It's hard to get genealogists riled up, but Ricky Gervais has succeeded. Not that he intended to. Asked in a recent interview whether he would ever appear on the celebrity-roots series Who Do You Think You Are?, he replied in standard Gervais fashion, "No. Who cares who the f*** you are? Oh God, I love it when they cry when they find out their great-great-grandmother was a prostitute. Really? I mean, really, do you care? It's all come flooding back now, hasn't it? Oh, the terrible memories of 150 years ago."
As a researcher for the U.S. version of this series, as well as author of the companion book, I have a slightly different perspective. And it turns out there are lots of folks who care about others' frisky, fearless and felonious forebears as NBC just renewed the series for another season.
I enjoy Gervais's cringe-inducing brand of humor as much as anyone. The Office is on my must-view list, and my channel-surfing comes to an abrupt halt if I happen to spot him on TV. I like that he keeps me off-kilter and wondering what might come out of his mouth next.
But there's another part of me that's grateful for what I see as a move toward redeeming reality programming on the major networks. NBC's Who Do You Think You Are?, ABC's Jamie Oliver's Food Revolution, and CBS's Undercover Boss all leave me feeling gently uplifted without having been blatantly manipulated. Perhaps it's not a huge surprise, then, that Gervais is pessimistic about the prospects for Jamie Oliver's show, saying, "He's over here (in the U.S.) trying to educate fat people on how to eat. His heart's in the right place, but he's got no chance. No way."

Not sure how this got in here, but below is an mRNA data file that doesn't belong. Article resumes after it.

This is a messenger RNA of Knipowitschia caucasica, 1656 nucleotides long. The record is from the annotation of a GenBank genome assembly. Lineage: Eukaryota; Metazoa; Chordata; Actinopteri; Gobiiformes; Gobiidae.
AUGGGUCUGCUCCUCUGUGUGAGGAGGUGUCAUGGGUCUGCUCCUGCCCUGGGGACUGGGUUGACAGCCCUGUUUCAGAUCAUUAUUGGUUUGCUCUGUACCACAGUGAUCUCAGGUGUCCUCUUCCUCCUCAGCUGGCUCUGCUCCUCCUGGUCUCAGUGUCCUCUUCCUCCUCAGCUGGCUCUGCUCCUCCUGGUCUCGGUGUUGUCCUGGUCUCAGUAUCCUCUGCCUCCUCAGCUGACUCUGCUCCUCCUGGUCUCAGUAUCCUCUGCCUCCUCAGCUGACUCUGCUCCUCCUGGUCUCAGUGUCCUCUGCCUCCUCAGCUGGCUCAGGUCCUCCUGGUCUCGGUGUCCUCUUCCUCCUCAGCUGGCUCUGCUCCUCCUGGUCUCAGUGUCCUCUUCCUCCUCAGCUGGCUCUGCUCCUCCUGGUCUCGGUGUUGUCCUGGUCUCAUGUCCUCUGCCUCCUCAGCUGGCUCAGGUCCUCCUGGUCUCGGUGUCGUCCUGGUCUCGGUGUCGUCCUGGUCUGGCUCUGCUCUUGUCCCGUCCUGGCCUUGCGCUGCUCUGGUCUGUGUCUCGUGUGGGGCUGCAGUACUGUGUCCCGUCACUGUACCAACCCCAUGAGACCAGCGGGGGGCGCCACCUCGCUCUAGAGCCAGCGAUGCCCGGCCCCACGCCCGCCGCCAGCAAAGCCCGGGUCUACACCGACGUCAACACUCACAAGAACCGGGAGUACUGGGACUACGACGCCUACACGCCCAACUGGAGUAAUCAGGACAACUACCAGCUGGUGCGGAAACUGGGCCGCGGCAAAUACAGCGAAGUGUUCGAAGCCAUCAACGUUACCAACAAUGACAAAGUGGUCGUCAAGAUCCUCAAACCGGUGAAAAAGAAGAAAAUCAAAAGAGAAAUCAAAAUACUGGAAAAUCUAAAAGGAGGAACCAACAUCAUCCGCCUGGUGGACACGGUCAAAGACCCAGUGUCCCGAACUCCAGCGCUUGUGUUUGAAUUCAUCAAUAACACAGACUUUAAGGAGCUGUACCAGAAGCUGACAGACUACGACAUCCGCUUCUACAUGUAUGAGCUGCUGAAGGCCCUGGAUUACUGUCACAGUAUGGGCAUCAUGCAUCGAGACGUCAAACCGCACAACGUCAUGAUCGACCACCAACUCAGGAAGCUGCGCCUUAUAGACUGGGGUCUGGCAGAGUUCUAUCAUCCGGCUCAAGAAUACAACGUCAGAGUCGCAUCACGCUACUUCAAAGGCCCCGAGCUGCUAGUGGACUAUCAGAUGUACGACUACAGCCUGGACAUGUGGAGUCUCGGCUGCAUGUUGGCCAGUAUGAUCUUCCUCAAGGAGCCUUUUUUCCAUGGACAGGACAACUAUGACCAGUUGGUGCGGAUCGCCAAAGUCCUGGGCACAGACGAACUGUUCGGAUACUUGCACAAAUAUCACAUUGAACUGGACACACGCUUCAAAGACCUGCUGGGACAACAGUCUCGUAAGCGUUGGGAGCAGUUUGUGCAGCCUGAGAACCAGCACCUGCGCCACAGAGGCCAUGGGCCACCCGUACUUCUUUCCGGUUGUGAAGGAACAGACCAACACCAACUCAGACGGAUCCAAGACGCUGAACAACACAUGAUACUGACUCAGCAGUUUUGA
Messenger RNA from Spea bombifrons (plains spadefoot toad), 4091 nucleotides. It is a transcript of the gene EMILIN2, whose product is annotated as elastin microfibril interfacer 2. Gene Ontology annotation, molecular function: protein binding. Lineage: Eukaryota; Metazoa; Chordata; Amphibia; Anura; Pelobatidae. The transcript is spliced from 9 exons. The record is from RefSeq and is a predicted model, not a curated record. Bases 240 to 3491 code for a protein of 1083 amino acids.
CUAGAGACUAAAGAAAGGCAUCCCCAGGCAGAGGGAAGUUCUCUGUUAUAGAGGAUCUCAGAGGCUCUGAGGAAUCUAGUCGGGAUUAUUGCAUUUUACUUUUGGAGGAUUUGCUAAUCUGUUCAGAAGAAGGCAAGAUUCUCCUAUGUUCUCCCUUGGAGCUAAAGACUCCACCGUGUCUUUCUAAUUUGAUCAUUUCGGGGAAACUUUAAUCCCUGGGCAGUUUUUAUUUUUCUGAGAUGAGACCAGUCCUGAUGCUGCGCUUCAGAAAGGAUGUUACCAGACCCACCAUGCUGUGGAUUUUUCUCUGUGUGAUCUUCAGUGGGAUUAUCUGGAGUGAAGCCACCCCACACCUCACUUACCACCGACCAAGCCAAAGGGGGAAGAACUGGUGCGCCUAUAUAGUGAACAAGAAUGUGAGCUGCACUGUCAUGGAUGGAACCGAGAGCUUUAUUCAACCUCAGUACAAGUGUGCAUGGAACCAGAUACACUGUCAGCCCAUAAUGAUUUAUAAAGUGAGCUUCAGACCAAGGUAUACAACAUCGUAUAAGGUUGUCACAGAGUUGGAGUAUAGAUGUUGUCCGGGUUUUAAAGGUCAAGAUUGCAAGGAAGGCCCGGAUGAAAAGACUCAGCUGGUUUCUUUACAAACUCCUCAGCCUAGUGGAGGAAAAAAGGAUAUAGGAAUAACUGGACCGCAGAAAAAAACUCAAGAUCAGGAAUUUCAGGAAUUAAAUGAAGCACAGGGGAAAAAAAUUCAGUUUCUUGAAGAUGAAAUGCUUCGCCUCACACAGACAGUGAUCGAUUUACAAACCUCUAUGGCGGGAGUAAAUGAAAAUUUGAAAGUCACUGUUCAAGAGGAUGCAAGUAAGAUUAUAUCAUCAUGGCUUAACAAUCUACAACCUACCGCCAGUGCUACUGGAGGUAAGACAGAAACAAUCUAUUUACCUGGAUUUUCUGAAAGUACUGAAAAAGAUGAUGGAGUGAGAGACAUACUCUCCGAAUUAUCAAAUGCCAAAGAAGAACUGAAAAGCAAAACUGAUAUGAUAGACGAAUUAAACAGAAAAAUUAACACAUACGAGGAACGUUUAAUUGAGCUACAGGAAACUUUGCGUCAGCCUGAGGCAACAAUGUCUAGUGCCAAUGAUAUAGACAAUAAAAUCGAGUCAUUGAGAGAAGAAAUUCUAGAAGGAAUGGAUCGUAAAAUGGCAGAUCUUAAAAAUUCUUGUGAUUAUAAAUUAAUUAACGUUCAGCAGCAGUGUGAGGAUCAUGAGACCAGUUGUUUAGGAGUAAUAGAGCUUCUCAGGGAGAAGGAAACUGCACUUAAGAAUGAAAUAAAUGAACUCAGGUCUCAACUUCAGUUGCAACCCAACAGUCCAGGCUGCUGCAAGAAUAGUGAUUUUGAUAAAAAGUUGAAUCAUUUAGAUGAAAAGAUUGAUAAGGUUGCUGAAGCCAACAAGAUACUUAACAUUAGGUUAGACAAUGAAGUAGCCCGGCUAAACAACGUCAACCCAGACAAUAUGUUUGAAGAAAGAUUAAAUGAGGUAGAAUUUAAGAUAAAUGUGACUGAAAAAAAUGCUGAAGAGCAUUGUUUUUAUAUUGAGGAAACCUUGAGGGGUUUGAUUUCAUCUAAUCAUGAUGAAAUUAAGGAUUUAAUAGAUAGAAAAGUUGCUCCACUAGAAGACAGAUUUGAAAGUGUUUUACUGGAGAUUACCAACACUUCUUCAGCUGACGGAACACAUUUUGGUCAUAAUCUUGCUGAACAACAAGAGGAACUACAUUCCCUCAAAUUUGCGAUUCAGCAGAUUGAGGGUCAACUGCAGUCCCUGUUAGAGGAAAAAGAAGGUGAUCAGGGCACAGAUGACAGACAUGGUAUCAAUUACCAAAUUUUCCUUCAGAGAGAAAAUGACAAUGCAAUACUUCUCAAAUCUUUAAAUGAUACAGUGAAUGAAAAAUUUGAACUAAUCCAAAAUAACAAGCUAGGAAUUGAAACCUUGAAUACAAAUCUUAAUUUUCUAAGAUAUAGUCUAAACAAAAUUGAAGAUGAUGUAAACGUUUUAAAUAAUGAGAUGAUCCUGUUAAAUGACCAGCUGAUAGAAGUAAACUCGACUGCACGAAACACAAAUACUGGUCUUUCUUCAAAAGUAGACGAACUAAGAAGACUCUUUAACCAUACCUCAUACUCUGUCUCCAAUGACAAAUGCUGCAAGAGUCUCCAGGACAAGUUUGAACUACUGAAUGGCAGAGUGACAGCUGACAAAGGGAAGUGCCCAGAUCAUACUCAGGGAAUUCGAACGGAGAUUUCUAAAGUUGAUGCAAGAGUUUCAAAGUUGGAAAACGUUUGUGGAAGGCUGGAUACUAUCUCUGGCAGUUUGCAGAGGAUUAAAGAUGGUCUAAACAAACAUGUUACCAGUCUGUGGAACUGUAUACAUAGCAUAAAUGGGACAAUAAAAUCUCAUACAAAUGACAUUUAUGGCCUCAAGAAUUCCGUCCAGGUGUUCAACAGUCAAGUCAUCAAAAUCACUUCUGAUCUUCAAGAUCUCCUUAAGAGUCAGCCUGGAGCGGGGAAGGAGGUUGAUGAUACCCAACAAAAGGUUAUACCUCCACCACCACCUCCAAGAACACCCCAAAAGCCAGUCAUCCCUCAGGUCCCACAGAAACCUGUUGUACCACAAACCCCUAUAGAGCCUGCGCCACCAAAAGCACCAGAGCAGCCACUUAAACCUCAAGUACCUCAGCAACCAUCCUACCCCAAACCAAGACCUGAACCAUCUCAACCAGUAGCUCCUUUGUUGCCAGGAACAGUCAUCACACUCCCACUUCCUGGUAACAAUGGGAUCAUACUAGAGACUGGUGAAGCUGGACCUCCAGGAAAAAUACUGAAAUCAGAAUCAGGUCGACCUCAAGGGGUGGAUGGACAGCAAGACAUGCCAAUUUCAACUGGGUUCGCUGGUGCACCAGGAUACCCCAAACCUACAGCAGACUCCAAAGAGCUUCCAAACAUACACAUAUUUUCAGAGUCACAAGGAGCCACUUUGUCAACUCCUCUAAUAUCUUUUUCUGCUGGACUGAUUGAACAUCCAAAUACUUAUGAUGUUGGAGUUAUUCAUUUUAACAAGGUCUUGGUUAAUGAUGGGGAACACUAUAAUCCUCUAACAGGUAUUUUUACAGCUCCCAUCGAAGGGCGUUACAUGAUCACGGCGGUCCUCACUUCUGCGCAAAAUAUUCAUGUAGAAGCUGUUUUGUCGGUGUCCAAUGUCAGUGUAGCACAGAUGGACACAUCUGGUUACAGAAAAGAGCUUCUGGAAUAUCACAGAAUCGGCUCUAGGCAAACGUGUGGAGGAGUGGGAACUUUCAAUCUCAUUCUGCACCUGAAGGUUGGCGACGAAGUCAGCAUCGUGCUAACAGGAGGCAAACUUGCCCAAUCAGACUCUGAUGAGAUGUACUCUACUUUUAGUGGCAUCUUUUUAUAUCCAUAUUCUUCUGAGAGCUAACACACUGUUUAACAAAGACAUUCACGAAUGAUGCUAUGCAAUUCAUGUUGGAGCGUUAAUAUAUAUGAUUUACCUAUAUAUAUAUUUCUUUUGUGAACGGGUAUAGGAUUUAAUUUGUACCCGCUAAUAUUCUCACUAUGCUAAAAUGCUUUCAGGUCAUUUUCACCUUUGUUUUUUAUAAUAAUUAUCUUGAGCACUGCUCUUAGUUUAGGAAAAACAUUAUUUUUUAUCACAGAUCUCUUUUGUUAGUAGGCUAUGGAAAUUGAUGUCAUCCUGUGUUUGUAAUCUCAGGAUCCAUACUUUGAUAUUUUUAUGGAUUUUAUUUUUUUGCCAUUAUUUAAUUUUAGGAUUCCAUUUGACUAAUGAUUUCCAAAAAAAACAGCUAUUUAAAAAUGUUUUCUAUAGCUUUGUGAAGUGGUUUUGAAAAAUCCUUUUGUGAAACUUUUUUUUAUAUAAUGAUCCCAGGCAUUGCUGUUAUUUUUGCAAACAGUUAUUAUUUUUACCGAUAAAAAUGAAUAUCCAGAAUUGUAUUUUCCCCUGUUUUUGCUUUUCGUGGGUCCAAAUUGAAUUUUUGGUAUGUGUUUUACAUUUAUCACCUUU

Maybe he's right, but maybe there's also a contingent out there that's growing a touch weary of a constant diet of cynicism. I suspect that one of the main reasons Who Do You Think You Are? resonates with so many is because we see our own families in the stories of the ancestors of Lisa Kudrow, Emmitt Smith and other celebrities.* Just as many of us love The Office because we can relate, many of us are drawn to Who Do You Think You Are? because we're all related.
And just maybe that's what really concerns Gervais. With his father's French-Canadian ancestry, the odds are dangerously high that he's cousins of some sort with his recent Marriage Ref panel-mate, Madonna - not to mention Celine, Ellen DeGeneres, Alanis Morissette and Hillary Clinton. All of which leaves me wondering: What is it about French-Canadian heritage that spawns take-charge women . . . and Ricky Gervais?
The fortunate reality for Gervais is that genealogists are not, in general, a group to be feared. The worst we'll do is uncover some of those unexpected connections (I'll cop to the Obama-Brad Pitt one) or determine that your great-great-grandmother was indeed a prostitute.
Along those lines, should any of my fellow genealogists be curious about Ricky Gervais's past, here's a snippet (from Ancestry.com) showing his young parents, married just three years earlier, returning to England from Singapore in 1947.
As 30 seconds of googling will tell you, Lawrence Raymond Gervais and Eva Sophia M. House met during a blackout. Sure sounds like the makings of terrific episode to me!
* Here's an example of a lucky viewer who solved a long-standing mystery because she watched Matthew Broderick's episode.